CC BY-NC-ND 4.0 · J Neurol Surg B Skull Base 2019; 80(S 04): S352-S354
DOI: 10.1055/s-0039-1698822
Skull Base: Operative Videos
Georg Thieme Verlag KG Stuttgart · New York

Foramen Magnum Meningioma: Microsurgical Endoscopic-Controlled Resection via a Lateral Suboccipital Retrocondylar Approach with Preservation of Posterior Arch of Atlas Integrity

Hischam Bassiouni
1  Departments of Neurosurgery, Klinikum Amberg and Klinikum Weiden, Amberg, Bavaria, Germany
› Author Affiliations
Further Information

Publication History

24 March 2019

25 August 2019

Publication Date:
22 October 2019 (online)


Objective Surgical treatment of foramen magnum (FM) meningiomas is challenging due to proximity of the tumor to critical neurovascular structures, namely, the lower brainstem/upper cervical cord, vertebral artery, PICA, and lower cranial nerves. Controversies in microsurgical resection of meningiomas in this location include the necessity for condyle drilling and the need for vertebral artery mobilization. However, a laminectomy or hemilaminectomy of the C1 posterior arch is usually routinely performed. We herein present microsurgical, endoscopic-controlled resection of a FM meningioma via a posterolateral retrocondylar suboccipital craniotomy with preservation of the integrity of the posterior arch of the atlas.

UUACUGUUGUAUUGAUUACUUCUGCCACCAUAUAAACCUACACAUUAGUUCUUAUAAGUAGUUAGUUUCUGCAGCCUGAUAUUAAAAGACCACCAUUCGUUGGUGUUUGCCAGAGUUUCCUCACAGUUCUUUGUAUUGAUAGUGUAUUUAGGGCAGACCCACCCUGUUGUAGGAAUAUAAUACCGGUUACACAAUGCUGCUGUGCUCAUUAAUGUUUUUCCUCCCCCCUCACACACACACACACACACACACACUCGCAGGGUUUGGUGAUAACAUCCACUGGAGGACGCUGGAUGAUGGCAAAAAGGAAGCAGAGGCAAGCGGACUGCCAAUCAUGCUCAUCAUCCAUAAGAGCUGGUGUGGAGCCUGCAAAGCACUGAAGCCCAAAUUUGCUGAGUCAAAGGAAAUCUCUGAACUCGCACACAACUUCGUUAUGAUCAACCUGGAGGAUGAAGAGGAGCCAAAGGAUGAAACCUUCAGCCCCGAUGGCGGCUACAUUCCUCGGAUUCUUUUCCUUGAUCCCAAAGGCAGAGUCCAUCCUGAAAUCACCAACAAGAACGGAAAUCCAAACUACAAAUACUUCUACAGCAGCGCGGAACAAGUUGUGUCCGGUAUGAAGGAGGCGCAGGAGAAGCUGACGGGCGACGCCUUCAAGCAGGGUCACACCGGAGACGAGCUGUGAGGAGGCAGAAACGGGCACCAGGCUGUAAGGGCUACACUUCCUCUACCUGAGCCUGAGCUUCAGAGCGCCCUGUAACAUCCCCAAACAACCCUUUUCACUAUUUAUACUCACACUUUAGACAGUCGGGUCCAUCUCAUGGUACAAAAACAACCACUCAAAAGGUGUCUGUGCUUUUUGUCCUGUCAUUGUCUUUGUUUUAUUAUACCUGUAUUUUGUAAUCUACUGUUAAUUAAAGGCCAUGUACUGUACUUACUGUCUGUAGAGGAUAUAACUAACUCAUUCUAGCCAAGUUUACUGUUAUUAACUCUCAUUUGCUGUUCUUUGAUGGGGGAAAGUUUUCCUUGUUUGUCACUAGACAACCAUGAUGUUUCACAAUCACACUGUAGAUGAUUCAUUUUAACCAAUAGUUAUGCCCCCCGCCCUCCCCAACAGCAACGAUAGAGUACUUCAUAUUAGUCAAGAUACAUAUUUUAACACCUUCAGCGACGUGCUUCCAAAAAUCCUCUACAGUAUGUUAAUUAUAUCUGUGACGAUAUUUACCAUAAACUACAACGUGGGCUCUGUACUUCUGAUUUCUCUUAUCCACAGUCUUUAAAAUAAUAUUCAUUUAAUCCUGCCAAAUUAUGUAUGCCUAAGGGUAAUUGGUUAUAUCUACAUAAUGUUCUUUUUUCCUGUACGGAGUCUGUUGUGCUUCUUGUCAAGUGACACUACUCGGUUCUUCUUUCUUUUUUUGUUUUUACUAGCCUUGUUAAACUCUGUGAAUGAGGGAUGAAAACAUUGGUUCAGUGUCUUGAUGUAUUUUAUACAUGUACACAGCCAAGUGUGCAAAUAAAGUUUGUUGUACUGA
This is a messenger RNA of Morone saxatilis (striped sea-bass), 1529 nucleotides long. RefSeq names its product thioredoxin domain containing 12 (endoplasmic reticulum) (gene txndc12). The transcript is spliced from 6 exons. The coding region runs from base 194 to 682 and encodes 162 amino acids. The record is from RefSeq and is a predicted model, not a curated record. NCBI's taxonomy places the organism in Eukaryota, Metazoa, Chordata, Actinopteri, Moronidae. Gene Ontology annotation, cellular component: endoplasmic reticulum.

Setting Our patient, a 57-year-old patient, suffered from right-sided hemiparesis due to a right-sided ventrolateral FM meningioma compromising the medulla oblongata and upper cervical cord. The tumor at the craniocervical junction was resected through a posterolateral suboccipital retrocondylar craniotomy.

Results Radical resection of the FM meningioma was accomplished via a lateral suboccipital retrocondylar craniotomy with preservation of posterior arch of atlas integrity. The postoperative course was uneventful with full preservation of neurological function. Preoperative hemiparesis subsided completely after surgery.

Conclusion Anterior-laterally located FM meningiomas can be safely and completely resected via a suboccipital retrocondylar craniotomy. A laminectomy or hemilaminectomy of the posterior arch of C1 is not routinely required for complete and safe resection of these tumors at the craniocervical junction. Neuroendoscopy is beneficial for control of complete tumor resection.

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